Congress approves Omnibus spending bill, only two Arkansas lawmakers vote for it

by Talk Business & Politics staff ([email protected]) 313 views 

A $1.1 trillion spending bill is headed for President Barack Obama’s signature as members of the state’s congressional delegation split on the votes Friday (Dec. 18). The House voted 316-113 Friday morning to approve HR 2029, which funds the government through Sept. 30, 2016.

U.S. Reps. French Hill, R-Little Rock, and Steve Womack, R-Rogers, voted yes, with U.S. Reps. Rick Crawford, R-Jonesboro, and Bruce Westerman, R-Hot Springs, voting no.

Late Friday morning, the Senate voted 65-33 to approve the bill, with U.S. Sens. John Boozman, R-Ark., and Tom Cotton, R-Ark., voting no.

Arkansas’ senior Senator said the bill included the repeal of Country-of-Origin Labeling (COOL), funding for the Delta Regional Authority and some tax benefits for small businesses, but the “irresponsible spending” outweighed the positives.

“This is a setback to efforts to control federal spending. This $1.1 trillion bill grows the federal government and busts the budget caps with $50 billion in new spending. This bill does little to provide regulatory relief for Arkansas farmers, small businesses and community banks, while continuing to fund the worst of the Obama administration’s overreach,” Boozman said in a statement.

Cotton said the bill failed miserably in meeting its objectives.

“A rotten process yields a rotten result, and this 2,000-page, trillion-dollar bill is rotten to its core, resulting from secret, backroom negotiations and getting dumped in the dead of the night on Americans with barely two days before the vote. Corporate lobbyists had a field day, but working Americans lost out. Take just one sordid example: this bill will quadruple the number of foreign guest-worker visas at a time when millions of Americans are still looking for full-time work and working-class wages remain stagnant,” Cotton said.

The four Arkansas members of the U.S. House said Friday that the last vote of the year came down to priorities.

“In any negotiation there is give and take, and I certainly would have liked to see more in this Omnibus agreement, including language to block some of President Obama’s most harmful policies such as Waters of the United States (WOTUS) and his plan to allow Syrian refugees into America,” said Womack, who serves on the House Appropriations Committee. “However, failing to provide for our men and women in uniform is simply not an option, and this bill does so while strengthening our nation’s security by tightening requirements under our visa waiver program and increasing funding for our troops as they prepare to face more radical and more complex enemies.”

Westerman said the issue came down to spending. He called the bill “convoluted.”

“The Omnibus – above all else – increases deficit spending. As an individual committed to fiscal responsibility, I could not vote for this bill that would increase deficit spending by billions of dollars,” Westerman said. “The Omnibus was also a convoluted bill that addressed hundreds of different issues, mixing policy riders with appropriations. This bill did not follow regular order in the House, allowing items into the bill without open debate or committee review. If regular order had been followed in the House, we could have debated issues such as further funding of Planned Parenthood, money for settlement of Syrian refugees to the United States, and many other fiscal and policy issues that are important to Americans.”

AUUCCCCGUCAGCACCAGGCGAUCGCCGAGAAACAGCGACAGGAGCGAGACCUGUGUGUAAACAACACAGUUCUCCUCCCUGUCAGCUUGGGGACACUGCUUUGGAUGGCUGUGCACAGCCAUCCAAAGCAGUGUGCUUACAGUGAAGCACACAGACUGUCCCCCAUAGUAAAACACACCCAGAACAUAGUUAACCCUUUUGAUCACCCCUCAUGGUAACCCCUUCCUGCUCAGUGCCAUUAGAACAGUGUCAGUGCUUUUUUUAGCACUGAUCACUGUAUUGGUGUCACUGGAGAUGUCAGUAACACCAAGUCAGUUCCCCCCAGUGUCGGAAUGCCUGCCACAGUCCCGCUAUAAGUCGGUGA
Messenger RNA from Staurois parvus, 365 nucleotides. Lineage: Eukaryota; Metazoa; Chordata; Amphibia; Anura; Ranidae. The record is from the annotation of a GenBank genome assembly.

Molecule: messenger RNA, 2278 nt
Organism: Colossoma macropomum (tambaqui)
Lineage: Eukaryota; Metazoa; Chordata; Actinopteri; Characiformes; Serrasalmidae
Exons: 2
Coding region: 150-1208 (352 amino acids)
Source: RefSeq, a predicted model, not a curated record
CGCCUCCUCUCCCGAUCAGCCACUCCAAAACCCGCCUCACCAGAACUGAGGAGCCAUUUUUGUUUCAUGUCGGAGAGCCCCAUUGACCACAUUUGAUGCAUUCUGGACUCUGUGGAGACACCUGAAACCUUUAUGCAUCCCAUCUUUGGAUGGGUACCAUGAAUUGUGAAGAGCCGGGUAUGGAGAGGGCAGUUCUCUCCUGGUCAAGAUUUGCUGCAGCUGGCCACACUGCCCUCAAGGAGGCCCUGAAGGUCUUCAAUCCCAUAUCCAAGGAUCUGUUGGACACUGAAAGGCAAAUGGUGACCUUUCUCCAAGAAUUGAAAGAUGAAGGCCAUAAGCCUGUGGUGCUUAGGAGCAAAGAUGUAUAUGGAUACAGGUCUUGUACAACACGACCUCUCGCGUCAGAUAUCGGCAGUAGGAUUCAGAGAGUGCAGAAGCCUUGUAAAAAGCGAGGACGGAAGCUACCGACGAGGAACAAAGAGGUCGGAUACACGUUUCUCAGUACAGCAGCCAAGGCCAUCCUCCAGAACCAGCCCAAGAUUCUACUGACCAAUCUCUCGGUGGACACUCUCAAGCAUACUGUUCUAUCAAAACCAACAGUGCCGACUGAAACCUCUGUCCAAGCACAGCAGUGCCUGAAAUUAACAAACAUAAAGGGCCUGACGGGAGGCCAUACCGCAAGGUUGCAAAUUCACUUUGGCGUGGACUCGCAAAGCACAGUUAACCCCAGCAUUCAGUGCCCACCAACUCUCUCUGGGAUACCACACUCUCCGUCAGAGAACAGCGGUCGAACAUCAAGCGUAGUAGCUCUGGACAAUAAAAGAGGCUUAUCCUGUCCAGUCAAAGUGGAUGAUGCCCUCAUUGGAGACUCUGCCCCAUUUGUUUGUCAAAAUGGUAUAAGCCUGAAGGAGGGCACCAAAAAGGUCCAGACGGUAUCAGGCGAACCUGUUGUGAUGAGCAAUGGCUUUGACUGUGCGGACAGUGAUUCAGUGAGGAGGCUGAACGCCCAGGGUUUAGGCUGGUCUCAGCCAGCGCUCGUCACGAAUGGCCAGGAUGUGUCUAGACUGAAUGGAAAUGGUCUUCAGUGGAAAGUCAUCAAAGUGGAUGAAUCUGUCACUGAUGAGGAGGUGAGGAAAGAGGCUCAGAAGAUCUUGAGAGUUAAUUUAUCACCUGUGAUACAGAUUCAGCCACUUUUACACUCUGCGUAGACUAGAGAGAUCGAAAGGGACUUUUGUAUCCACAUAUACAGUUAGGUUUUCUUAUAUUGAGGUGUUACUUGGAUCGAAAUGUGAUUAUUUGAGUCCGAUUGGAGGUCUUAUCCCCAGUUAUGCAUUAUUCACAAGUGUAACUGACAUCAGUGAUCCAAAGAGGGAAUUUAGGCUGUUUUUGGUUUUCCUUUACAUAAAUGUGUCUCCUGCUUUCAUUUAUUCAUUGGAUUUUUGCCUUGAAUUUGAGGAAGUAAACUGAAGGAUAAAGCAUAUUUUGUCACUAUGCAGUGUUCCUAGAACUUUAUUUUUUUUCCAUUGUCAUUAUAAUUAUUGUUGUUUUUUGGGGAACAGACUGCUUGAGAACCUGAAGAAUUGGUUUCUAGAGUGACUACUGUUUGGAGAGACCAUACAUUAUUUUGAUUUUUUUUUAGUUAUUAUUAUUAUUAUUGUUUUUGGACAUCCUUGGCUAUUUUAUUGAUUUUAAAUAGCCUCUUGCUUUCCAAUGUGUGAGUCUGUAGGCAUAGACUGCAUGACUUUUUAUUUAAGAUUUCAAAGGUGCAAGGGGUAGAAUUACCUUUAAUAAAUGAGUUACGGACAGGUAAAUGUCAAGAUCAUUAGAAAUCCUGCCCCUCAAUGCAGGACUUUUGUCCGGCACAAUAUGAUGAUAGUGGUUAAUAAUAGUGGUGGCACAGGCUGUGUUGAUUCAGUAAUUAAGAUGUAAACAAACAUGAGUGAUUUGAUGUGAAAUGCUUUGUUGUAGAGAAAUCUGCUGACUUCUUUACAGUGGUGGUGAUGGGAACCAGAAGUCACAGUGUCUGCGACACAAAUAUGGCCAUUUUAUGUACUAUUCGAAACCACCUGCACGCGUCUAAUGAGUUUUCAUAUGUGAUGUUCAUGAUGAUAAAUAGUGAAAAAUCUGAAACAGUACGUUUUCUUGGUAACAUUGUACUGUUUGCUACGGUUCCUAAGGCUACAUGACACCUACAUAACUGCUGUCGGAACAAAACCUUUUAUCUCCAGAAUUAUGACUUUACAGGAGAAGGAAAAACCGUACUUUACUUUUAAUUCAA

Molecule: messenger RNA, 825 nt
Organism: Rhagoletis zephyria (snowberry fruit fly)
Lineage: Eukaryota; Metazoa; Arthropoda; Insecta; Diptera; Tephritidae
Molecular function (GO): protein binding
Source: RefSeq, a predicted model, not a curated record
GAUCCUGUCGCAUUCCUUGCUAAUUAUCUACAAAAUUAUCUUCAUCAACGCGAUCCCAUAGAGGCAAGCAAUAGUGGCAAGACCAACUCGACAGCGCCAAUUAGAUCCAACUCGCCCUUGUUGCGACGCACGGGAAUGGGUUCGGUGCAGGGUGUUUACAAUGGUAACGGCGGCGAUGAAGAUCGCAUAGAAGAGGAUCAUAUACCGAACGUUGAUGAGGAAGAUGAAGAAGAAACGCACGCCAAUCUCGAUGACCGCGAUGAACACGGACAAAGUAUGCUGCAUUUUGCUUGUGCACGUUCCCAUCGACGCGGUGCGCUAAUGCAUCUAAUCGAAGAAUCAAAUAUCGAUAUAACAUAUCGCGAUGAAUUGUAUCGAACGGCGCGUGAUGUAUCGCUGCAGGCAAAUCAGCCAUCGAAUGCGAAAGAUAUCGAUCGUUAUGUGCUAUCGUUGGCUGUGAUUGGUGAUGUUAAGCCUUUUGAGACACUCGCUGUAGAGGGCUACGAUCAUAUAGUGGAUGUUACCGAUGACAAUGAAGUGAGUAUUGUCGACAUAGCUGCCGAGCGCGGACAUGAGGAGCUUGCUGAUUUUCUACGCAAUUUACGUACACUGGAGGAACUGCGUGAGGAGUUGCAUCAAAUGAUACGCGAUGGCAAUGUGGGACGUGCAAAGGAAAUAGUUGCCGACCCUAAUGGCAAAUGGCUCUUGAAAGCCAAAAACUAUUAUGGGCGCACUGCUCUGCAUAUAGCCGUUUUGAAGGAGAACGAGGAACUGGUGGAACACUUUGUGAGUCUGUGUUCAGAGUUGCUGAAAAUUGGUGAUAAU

Crawford agreed, saying the bill raised the debt.

“This omnibus package breaks through our budget caps with $50 billion in new spending, new spending that adds to our national debt at a time when the federal reserve is raising interest rates on that debt. The bill did include several policies which would help move America forward, but those policies did not outweigh the cost of increasing our national debt, which is already more than $19 trillion. Next year this body must rededicate itself to prioritizing permanent spending controls and policies that truly reflect the will of a majority of the American people,” Crawford said.

Hill, who voted for the bill, said the lack of support from Democrats on the issue made the Omnibus bill a reality.

“Throughout the course of this year, the House passed all twelve appropriations bills out of Committee and passed six of those bills out of the House. This is how the appropriations process should work, and if the Senate Democrats hadn’t stymied regular order and dealt with individual appropriations bills in a timely way and the President hadn’t insisted on holding military funding hostage to support more deficit spending for his domestic agenda, we would not have had to pass this after-midnight spending deal today,” Hill said in a statement. “The inaction of Senate Democrats led us to today, and while I don’t like these year-end, all-encompassing spending bills, I voted for this one because the good significantly outweighs the bad. Part of being an effective legislator is understanding that any opportunity to move the needle in the right direction — no matter how incremental the movement — is a positive outcome.”

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